As New Zealand continues its COVID-19 vaccine efforts and the ‘Shot Bro’ van makes its way around the country, employers face increased anxiety around having ‘the talk’ with their staff about vaccines.
Recently, a border worker was dismissed after refusing the vaccine, a move ruled justifiable by the Employment Relations Authority (the Authority). The Authority ruled that this was because the employer had ‘acted in good faith’.
While this ruling doesn’t mean a blanket ruling for all, it does at least set a standard for how employers should start to approach these situations.
Having a process
Whenever an organisation needs to adapt to change, having a clear and set process in which that change will be implemented creates a path to success.
Instead of going straight in with a definitive ‘yes you need to get the vaccine to work here’, employers should begin with strong encouragement for employees to get vaccinated. This could be in the form of educational sessions, providing staff with information around vaccines issued by the New Zealand government, or possible options for employees who refuse the vaccine.
Included in this process should be flexibility for those who do get vaccinated. This means allowing for time off to get the jab or time-off for recovery if the staff member is experiencing some side effects from the vaccine (as has become common with the second dose).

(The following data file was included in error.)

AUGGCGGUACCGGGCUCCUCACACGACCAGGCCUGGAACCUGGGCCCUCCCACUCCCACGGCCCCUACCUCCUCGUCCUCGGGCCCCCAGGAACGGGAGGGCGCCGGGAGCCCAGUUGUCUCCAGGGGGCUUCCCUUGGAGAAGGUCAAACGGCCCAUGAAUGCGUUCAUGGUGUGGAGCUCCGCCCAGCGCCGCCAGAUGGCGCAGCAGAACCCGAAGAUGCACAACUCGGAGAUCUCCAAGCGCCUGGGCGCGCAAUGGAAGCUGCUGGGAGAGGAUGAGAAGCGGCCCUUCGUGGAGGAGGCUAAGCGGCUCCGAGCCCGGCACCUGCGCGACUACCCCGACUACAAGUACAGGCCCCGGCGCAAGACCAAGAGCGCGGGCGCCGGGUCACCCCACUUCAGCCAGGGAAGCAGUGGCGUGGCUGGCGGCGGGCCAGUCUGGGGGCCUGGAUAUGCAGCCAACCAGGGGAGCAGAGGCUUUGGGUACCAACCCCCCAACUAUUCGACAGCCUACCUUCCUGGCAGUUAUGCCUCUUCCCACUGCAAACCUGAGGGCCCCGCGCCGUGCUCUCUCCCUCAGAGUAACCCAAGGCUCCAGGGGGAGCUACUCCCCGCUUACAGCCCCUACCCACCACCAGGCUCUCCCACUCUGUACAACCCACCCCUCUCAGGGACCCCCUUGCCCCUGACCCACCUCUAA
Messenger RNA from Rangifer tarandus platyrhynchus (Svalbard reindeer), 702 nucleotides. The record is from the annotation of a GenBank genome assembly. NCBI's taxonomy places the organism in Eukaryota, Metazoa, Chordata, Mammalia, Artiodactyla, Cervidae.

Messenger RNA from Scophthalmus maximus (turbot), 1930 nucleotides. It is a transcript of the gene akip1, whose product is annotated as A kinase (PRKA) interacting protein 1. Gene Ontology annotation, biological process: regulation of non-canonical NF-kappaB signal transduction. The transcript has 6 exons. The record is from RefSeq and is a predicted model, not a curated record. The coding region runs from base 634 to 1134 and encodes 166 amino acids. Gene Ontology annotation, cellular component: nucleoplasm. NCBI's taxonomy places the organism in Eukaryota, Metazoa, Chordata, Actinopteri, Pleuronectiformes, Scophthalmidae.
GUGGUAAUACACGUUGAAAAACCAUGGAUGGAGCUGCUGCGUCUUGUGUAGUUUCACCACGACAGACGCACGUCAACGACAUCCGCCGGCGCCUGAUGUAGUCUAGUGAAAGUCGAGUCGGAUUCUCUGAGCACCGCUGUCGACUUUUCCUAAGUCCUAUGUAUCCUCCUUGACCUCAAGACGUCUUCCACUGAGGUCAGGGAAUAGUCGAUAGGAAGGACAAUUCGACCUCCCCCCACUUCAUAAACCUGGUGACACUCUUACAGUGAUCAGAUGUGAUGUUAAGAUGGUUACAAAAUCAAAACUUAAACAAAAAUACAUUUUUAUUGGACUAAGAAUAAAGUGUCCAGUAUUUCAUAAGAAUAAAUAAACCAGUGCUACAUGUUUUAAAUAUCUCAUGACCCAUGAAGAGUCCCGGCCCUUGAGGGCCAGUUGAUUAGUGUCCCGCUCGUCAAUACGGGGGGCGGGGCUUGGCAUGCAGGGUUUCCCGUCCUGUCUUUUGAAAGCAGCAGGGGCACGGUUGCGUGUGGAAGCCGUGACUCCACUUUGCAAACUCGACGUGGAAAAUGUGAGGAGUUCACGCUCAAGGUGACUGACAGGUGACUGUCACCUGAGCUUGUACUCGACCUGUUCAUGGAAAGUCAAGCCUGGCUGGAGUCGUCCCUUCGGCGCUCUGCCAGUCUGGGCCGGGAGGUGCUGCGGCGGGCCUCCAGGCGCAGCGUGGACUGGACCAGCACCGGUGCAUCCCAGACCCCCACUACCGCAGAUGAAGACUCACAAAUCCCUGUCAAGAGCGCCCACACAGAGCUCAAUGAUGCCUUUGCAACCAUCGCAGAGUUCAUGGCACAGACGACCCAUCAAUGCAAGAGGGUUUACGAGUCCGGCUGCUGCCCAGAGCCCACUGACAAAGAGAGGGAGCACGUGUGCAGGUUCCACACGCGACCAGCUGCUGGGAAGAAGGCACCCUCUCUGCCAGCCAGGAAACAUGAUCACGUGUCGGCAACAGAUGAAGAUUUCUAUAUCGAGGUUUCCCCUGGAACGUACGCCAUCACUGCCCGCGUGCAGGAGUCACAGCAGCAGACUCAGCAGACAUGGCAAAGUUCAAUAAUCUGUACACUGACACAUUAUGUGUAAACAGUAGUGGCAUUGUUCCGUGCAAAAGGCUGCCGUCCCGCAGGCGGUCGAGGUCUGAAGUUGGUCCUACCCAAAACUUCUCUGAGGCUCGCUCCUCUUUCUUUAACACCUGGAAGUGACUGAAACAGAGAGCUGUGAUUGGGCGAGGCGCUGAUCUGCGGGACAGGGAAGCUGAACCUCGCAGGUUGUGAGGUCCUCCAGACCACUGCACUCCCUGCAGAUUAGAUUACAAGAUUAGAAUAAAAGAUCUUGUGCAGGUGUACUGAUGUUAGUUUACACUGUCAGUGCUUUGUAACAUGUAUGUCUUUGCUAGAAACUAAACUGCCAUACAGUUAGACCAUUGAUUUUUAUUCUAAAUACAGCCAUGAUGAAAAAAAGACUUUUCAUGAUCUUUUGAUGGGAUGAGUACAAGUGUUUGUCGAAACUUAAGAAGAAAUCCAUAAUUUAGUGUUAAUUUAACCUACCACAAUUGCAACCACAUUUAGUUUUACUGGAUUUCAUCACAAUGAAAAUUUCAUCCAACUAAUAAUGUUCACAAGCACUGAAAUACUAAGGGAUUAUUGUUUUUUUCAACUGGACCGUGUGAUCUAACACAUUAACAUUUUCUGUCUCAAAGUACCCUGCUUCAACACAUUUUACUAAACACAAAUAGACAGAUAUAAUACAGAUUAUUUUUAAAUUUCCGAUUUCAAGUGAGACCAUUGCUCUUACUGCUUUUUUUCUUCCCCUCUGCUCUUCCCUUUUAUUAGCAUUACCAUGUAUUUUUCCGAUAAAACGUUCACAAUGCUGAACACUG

Be available for conversations
Once you start taking this approach, encouraging employees to get vaccinated, the likely scenario is that you will be asked questions.
Making yourself available for these kinds of conversations gives your staff the opportunity to feel heard, for their worries to be recognised and validated, and gives you a chance to understand how people are feeling individually.
If you find there is some hesitancy among your staff around approaching you with questions (possibly due to fear of retaliation), then approach them yourself and seek feedback. It’s important for your employees to see you make active efforts to get them to engage in this situation, as this is a conversation primarily around them and their choices.
Across the U.S., we’ve seen extreme pushback against vaccine mandates. While Kiwis typically have a much calmer attitude than Americans, employers here should still be mindful that there will likely be employees who have strong opinions around the vaccine.
When going through your processes and having these conversations, tensions may arise between employees with opposing views. Not only should you as an employer prepare for this, but you should also prepare other staff. Creating a culture that allows all employees to feel safe is important, especially now. Have conversations with your employees about being mindful towards each other.
The workplace and COVID-19 vaccines is still very much a space filled with uncertainty. As an employer, your best approach is encouragement and honest conversations.
With that in mind, engaging with an HR expert who has experience in dealing with delicate matters will be a vital tool in this process. Hello Monday can help you develop your processes and guide you on how to carry out these conversations.